Unread postby DeppInTheHeartOfTexas » Wed Jul 28, 2010 10:08 pm

Bix wrote:I agree that Hugo's invention was himself. I thought as I was reading the book that while I had been thinking of the title as meaning "Hugo Cabret's invention," it actually might be supposed to mean "the invention of the person who is Hugo Cabret". Does that make any sense? It does to me, but when I write it down, I'm not sure I conveyed what I want to say.


Bix, that is exactly what I thought! He struggled through all his trials and by enduring them and helping others to invent themselves he learned who he was and found himself.
Life is not a journey to the grave with the intention of arriving safely in a pretty and well preserved body, but rather to skid in broadside, thoroughly used up, totally worn out, and loudly proclaiming -

Wow! What a ride!

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Re: Hugo Cabret Question #17 ~ The Invention

Unread postby IngridN » Thu Jul 29, 2010 12:39 pm

I am not an english native speaker and every now and then I have to look up words in my english-dutch dictionary.
For" invention "the first translation shows the meaning of inventing something but there is also a second translation which translated back
into english is: resourceful, imaginative, ingenious.
So could the title be translated to": The resourcefulness/ingeniousness of Hugo Cabret?
:perplexed:
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Re: Hugo Cabret Question #17 ~ The Invention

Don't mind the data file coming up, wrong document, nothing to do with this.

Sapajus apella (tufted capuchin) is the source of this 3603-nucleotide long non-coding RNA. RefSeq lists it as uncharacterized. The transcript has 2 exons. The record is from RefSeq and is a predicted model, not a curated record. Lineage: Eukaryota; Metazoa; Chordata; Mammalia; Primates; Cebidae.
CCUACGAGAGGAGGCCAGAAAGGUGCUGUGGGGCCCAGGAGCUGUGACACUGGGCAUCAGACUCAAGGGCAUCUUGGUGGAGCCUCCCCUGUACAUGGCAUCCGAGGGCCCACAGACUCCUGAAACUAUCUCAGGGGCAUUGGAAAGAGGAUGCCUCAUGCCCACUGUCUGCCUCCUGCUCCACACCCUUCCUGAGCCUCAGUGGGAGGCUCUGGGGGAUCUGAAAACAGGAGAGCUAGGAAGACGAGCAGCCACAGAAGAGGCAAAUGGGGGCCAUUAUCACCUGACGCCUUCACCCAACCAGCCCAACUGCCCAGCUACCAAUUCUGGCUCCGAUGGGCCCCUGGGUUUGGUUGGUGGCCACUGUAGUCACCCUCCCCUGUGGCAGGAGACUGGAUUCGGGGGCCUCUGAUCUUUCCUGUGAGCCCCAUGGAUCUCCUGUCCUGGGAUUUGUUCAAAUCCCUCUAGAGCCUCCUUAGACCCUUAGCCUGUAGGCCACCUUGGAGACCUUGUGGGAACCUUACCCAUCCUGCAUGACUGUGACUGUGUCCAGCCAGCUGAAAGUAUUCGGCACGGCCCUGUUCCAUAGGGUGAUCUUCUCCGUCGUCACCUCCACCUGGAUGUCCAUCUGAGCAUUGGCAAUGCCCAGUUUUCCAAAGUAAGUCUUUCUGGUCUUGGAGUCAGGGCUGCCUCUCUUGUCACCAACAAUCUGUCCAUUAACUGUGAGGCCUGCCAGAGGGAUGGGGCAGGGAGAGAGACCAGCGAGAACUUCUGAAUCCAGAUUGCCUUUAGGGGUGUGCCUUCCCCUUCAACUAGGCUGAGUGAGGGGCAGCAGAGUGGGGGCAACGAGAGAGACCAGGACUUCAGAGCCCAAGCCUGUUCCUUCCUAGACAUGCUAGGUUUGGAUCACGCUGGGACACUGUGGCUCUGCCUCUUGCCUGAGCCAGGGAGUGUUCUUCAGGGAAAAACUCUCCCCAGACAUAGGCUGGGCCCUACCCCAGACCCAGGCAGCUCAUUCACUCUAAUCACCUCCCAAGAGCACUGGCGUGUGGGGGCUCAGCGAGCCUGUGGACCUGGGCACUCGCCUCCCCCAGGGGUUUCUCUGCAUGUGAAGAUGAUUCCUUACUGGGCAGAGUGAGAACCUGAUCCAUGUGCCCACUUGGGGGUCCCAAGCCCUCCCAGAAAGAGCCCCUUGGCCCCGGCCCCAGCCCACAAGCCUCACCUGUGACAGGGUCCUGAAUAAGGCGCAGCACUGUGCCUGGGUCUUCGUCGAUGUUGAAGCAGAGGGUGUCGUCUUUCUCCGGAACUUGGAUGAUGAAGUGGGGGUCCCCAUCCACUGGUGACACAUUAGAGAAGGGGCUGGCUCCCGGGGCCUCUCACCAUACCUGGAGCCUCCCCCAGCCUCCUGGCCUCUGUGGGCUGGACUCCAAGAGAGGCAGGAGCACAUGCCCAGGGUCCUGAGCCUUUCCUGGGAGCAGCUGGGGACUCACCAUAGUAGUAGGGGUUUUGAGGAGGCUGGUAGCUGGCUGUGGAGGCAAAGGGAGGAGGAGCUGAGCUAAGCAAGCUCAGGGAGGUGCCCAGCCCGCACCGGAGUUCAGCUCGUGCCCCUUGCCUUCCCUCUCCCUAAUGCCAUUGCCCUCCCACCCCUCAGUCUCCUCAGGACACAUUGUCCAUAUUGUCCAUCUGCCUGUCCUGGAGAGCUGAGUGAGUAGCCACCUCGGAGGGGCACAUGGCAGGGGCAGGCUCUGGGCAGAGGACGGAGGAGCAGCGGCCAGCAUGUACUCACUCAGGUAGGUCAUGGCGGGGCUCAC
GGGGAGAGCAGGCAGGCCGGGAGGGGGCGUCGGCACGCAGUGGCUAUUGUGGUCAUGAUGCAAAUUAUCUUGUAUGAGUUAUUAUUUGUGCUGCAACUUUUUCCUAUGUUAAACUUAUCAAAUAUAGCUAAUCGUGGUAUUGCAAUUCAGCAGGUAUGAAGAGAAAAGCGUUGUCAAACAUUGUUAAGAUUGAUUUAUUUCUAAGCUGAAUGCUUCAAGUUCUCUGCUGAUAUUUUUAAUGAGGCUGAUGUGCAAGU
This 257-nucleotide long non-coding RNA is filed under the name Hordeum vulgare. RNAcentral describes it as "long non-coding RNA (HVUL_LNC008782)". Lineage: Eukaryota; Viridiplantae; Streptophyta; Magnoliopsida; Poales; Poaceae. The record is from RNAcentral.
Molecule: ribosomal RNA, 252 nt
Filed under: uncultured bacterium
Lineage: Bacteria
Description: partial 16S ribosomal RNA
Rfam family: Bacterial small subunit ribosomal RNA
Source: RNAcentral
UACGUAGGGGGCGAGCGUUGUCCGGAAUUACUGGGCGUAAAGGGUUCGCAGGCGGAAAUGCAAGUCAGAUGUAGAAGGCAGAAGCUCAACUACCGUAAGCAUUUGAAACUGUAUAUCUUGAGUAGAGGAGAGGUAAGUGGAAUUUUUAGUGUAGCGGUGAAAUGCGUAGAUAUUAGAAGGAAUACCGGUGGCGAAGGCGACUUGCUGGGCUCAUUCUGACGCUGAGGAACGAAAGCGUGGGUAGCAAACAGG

Unread postby DeppInTheHeartOfTexas » Thu Jul 29, 2010 2:20 pm

Interesting question, IngridN and it certainly fits Hugo. That definition also fits the word "inventiveness".
Life is not a journey to the grave with the intention of arriving safely in a pretty and well preserved body, but rather to skid in broadside, thoroughly used up, totally worn out, and loudly proclaiming -

Wow! What a ride!

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Re: Hugo Cabret Question #17 ~ The Invention

Unread postby gemini » Thu Jul 29, 2010 10:23 pm

Duh, Before this question, I forgot "Invention" was in the title. I guess I am a face value person too because I didn’t even think of it. I can’t even use the excuse that it isn’t in my language so I feel for you IngredN. Now that you ladies have enlightened me, I would agree it must be himself. He went from little lonely Hugo to a one day confident Professor Alcofrisbas.
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Re: Hugo Cabret Question #17 ~ The Invention

Unread postby fireflydances » Thu Jul 29, 2010 11:26 pm

I won't try to re-state what others have said so very well, so instead an interesting quote from Ernest Hemingway (For Whom The Bell Tolls)

"From things that have happened and from things as they exist and from all things that you know and all those you cannot know, you make something through your invention that is not a representation but a whole new thing truer than anything true and alive."
"Some books are to be tasted, others to be swallowed and some few to be chewed and digested." Sir Francis Bacon, Of Studies

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Re: Hugo Cabret Question #17 ~ The Invention

Unread postby DeppInTheHeartOfTexas » Sat Jul 31, 2010 10:58 am

Very nice, firefly! :cool:
Life is not a journey to the grave with the intention of arriving safely in a pretty and well preserved body, but rather to skid in broadside, thoroughly used up, totally worn out, and loudly proclaiming -

Wow! What a ride!